The outcome: Since the article’s publication on March 1, the four American stocks we recommended have been on torrid winning streaks. Jacobs Engineering (JEC) and AECOM (ACM)—engineering giants that design infrastructure projects, hire the contractors, and handle the paperwork—are up 45% and 29%, respectively. Vulcan Materials (VMC) , an Alabama-based company that sells ready-made asphalt, is up 25%. And Astec Industries (ASTE), which makes the industrial mixers that prepare cement and asphalt for paving, has risen 51%.

Worth noting: All four of these stocks saw their prices soar after Donald Trump was elected Nov. 8. But three of them were already outperforming the market before election night. Only AECOM, whose stock was down about 10% for the year through early November, owes its great year predominantly to a “Trump Bump.”

3. Canada Comes Through

The Suncor refinery in Edmonton, CanadaPhotograph by Geoff Robins—AFP/Getty Images
Photograph by Geoff Robins—AFP/Getty Images

Canada’s economy is more heavily dependent than the U.S.’s on commodities industries (think oil, mining, and timber) and on banking. Those sectors had generally struggled since the Great Recession, and as a result, Canadian stocks had been slower to recover than American stocks, trailing the U.S. for five straight years through 2015. This year, that changed; Canada’s TSX stock index was outperforming the S&P 500 even before commodities and financial stocks got a boost from Trump’s election.

Fortune wrote this summer that we believed the trend would continue, and so far we’ve been spot on. Since our article was published on Aug. 17, the S&P 500 is up about 2.9%, while the TSX is up 4.3%. One of our picks, financial-services giant Toronto-Dominion Bank (TD) (better known in the U.S. as TD Bank) is up 12% over that span (and 26% for the year). And another, oil-sands producer Suncor Energy (SU) has risen nearly 16% since mid-August and 28% for 2016. (We think Suncor has plenty more room to run; it’s one of our Investor’s Guide picks for 2017.)


1. Drugstores Were Bad Medicine

First CVS Pharmacy locations open within Target stores
CVS Health has opened its first CVS Pharmacy locations within [hotlink]Target[/hotlink] stores in the Charlotte market.Sean Meyers—CVS Health via AP
Sean Meyers—CVS Health via AP
In April, we took a look at the rise of what we called “Big Pharma(cy),” as CVS and Walgreens continued to expand their dominance of the U.S. drugstore industry, though growth and acquisitions. We predicted that the two firms’ increasing heft in pharmacy-benefit management (in CVS’s case), in-store clinics (Walgreens) and retail (both) would continue to pay off for investors. We also said that, of the two, CVS (CVS) would be the better long-term buy.

Our thesis may eventually prove to be true, but so far, we’ve been wrong on both counts. Since April 20, when our story went live, both drugstore giants have underperformed the market. The S&P 500 has risen about 9% since then; Walgreens(WBA), only 3%. As for CVS, it has fallen a whopping 23%, making it Fortune‘s worst stock pick of 2016 so far. Cost-cutting by health insurers and concerns over drug pricing have made CVS’s pharma-benefits unit seem like a liability to some investors; and in the head-to-head fight, Walgreens has grabbed some market share.

2. Fast Food Gave Us Indigestion

Red Robin Gourmet Burgers Inc. Jumps After Finance Chief Pick Prompts Analyst Upgrade
A customer enters a Red Robin Gourmet Burgers Inc. restaurant in Louisville, Ky. Photographer: Luke Sharrett/Bloomberg via Getty Images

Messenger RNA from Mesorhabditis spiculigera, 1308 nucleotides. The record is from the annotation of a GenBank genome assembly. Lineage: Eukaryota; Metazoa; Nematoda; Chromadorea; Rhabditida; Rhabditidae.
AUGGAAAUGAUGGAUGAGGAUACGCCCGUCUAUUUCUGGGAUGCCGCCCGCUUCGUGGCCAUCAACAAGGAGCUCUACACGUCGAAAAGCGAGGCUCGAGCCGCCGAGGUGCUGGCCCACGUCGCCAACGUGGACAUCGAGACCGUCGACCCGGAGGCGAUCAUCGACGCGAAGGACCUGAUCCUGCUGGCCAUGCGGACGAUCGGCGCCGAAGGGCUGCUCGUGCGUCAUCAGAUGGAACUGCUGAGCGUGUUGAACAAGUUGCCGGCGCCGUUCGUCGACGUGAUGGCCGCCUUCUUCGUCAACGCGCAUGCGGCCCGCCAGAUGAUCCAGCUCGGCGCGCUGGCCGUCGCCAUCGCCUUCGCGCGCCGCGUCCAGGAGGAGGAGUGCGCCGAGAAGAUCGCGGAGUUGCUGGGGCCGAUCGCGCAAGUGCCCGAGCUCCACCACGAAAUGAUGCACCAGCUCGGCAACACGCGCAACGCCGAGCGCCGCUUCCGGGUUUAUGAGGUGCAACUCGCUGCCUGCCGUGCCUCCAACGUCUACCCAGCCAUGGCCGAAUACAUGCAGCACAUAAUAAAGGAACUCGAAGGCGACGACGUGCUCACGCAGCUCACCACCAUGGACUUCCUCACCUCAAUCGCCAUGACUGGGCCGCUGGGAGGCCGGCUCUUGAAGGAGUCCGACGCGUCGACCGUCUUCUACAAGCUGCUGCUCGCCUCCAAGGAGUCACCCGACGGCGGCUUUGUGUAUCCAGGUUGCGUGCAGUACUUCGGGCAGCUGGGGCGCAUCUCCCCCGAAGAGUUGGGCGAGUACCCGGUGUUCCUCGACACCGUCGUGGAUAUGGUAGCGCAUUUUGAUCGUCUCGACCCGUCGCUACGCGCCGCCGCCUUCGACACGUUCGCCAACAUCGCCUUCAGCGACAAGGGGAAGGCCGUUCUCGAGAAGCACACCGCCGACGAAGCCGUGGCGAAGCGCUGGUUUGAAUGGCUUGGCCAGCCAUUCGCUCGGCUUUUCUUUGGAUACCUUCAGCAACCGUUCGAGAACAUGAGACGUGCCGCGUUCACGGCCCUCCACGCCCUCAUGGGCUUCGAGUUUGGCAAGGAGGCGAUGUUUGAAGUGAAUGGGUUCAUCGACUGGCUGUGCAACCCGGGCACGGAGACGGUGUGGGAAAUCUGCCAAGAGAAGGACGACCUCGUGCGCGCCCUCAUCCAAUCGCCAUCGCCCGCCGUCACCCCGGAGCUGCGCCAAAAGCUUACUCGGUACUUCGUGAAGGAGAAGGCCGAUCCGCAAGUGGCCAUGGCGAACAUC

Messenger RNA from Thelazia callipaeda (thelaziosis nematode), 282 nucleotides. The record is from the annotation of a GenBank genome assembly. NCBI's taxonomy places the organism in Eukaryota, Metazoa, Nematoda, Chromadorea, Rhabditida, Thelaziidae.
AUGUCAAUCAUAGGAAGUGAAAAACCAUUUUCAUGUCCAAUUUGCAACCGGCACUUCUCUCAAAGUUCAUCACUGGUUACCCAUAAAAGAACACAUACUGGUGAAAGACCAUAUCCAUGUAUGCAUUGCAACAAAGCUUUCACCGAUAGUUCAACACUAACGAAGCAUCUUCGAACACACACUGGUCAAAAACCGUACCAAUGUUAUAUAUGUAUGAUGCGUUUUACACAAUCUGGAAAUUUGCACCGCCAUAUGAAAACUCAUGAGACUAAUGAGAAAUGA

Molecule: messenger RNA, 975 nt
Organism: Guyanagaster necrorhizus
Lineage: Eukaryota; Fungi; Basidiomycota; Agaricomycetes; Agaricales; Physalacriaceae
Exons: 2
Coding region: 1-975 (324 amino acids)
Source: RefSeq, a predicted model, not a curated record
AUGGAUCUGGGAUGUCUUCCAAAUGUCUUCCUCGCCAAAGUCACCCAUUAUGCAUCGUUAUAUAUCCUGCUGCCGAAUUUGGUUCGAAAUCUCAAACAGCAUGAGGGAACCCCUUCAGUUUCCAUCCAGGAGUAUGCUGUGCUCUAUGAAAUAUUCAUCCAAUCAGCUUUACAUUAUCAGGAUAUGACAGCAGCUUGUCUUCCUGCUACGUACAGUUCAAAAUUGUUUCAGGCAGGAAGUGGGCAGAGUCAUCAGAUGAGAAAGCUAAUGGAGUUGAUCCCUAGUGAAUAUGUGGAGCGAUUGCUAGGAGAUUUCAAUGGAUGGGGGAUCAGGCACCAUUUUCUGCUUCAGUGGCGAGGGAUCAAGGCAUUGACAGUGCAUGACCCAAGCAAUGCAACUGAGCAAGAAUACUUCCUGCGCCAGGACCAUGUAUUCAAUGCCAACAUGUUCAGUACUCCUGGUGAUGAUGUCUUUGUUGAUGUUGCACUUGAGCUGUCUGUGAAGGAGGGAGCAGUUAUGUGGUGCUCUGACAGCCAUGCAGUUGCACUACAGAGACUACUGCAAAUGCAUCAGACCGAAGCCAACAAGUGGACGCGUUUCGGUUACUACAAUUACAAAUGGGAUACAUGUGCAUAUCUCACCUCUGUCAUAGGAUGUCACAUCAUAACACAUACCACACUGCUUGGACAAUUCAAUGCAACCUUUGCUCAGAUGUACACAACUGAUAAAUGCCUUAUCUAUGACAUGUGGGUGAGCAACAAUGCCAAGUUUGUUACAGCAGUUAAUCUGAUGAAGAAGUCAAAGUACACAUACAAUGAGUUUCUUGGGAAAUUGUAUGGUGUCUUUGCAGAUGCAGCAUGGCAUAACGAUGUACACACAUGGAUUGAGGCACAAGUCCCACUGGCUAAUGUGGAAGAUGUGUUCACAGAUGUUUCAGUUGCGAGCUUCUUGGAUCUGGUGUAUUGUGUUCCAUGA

Bloomberg Bloomberg via Getty Images

This spring, falling unemployment and cheaper gas were encouraging consumers to spend more, but that spending revival hadn’t yet benefited fast-food and fast-casual restaurants, whose stocks had fallen accordingly. We believed the customers would come back, and that some oversold restaurant stocks would rebound.

What we didn’t anticipate was that other factors, including bad weather and other hiccups in commodities markets, would drive up the price of food in much of the U.S., increasing restaurants’ costs at a time when they couldn’t easily pass those costs through to budget-conscious diners. That turned out to be bad news for all three of the restaurant stocks we recommended. Since March 25, when the article ran, burger chain Red Robin (RRGB), Mexican- and Caribbean-themed restaurant operator Fiesta (FRGI), and java giant Starbucks are all down between 4% and 6%.

3. When Will Starbucks Perk Up?

Howard Schultz
CEO Howard Schultz walks in front of a photo of [hotlink]Starbucks[/hotlink] baristas, at the coffee company’s annual shareholders meeting in Seattle in 2016.Ted S. Warren — AP
Ted S. Warren — AP

Speaking of Starbucks (SBUX): Why does such an omnipresent, successful business have such a seemingly dysfunctional stock? It wasn’t our very worst pick this year (see CVS, above), but we’re singling it out here because it’s one of the few stocks we recommended twice (in our March restaurant stocks story, and in our Midyear Investor’s Guide in May). Overall, it’s down a hair over 4% since we first picked it, and down 7% for the year—making 2016 the stock’s first down year since 2009.

Starbucks bulls see a growth story almost unparalleled in the restaurant world, a chain that delivers unusually high same-store sales growth year after year and remains on track to keep growing worldwide. (It currently has more than 23,000 stores, in 68 countries.) Skeptics see a company whose earnings-per-share growth, which has averaged 30% annually over the past five years, is bound to slow down, which makes it tough to justify paying 23 times estimated 2017 earnings for the stock.

Two factors undeniably hurt the stock in 2016: Starbucks doubled down on its food offerings just as food prices began to rise, and CEO Howard Schultz announced his plans to retire (for the second time) in April 2017. We’ll see if the company makes us look smarter in 2017.